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28th Jun 2022

Ukraine Pride to make appearance at 50th anniversary London parade this weekend

April Curtin

Reyvakh Pride in Ukraine, 2021 (Photo by Alexandra Barchuk)

Exclusive: Fifty members of Ukrainepride to march in the capital

Ukrainepride will make history this weekend in its first ever appearance at London’s parade – though its members will not be “celebrating”.

Fifty members of Ukraine’s LGBTQ+ organisation will join the UK’s biggest pride event on Saturday as it marks its 50th anniversary, while Russia continues its assault on their homeland, killing their friends and family. Most members of the group who are attending the anniversary event have relocated to the UK since Russia began its invasion on February 24. 

In the four months since, millions of citizens have been displaced and thousands killed in a barbaric assault that has led to 200-300 war crimes being committed everyday. The LGBT+ community is particularly vulnerable, as its members face violence and harassment from both combatants and civilians, the Equal Rights Coalition (ERC) has warned. Vladimir Putin‘s hatred of the queer community is well documented and there’s fears that if he succeeds in Ukraine, LGBTQ+ rights will seize to exist in the country.

Celebrating pride is “impossible” in Ukraine right now, “first, we need to finish with the war”, Ukrainepride’s co-founder Yura Dvizhon told JOE.


Yura, 29, relocated to Paris, while his hometown Ternopil, a major city in western Ukraine, continues to be invaded. But he still has friends and family in Ukraine, and some of his fellow LGBTQ+ friends have been killed in the war. On Sunday, Russia struck Kyiv with 14 missiles, killing a person and injuring six. This was just 1km from the apartment where Yura used to live in the city. On Monday, Russia bombed a shopping centre, killing 16. 

While celebrations in London are expected to be a vibrant and colourful affair, Ukraine’s LGBTQ+ organisation will take a more sombre approach to supporting it. It will definitely “look different”, Yura explained.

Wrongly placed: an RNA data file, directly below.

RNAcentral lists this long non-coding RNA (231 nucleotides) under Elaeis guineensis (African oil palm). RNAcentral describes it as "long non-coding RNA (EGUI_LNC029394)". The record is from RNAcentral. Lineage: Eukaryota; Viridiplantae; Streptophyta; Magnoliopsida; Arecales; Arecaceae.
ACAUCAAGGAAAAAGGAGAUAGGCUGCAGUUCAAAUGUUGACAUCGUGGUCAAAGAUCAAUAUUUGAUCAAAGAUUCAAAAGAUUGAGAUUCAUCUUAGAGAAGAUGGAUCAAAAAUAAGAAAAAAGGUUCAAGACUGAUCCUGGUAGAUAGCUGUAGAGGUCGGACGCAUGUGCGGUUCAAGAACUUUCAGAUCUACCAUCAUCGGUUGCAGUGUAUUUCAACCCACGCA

“We won’t wear any rainbow outfits. The war is still going on. The reason is not just to celebrate or demonstrate our happiness because we are not super happy. We don’t think that it’s good for us to wave rainbow flags and dance,” he said, adding: “We’re definitely going to look a little bit different than other people who are going to celebrate. We want to show our message to visitors and remind them that the war is still going on in our country.”

Yura said that while their celebrations will be more subdued, it will still be “peaceful and with big love”.

Details of the group’s demonstration this weekend will be kept under wraps until the day, but Yura will be making a speech about the war and will join London Pride at other meetings and events this week. 

Yura and other members have been working for months to ensure LGBTQ+ voices continue to be heard amid the war. A video it recently created highlights what the queer community is doing now – with many working as doctors, volunteering or fighting on the front line to protect the people of Ukraine.

Speaking about the ongoing war and importance of Ukraine’s pride movement this year, Yura said: “We have lost our gay friends. Many of our friends have lost their parents from Mauripol. Their houses, their jobs, there have been many, many losses during this time. 

“Everybody is thinking about their own lives and it’s totally ok, I understand that people can’t be sad all the time. But still we have to do something and talk about Ukraine and use any platforms. So, I’m happy London Pride were able to break the rules and let us be there and speak about Ukraine.”

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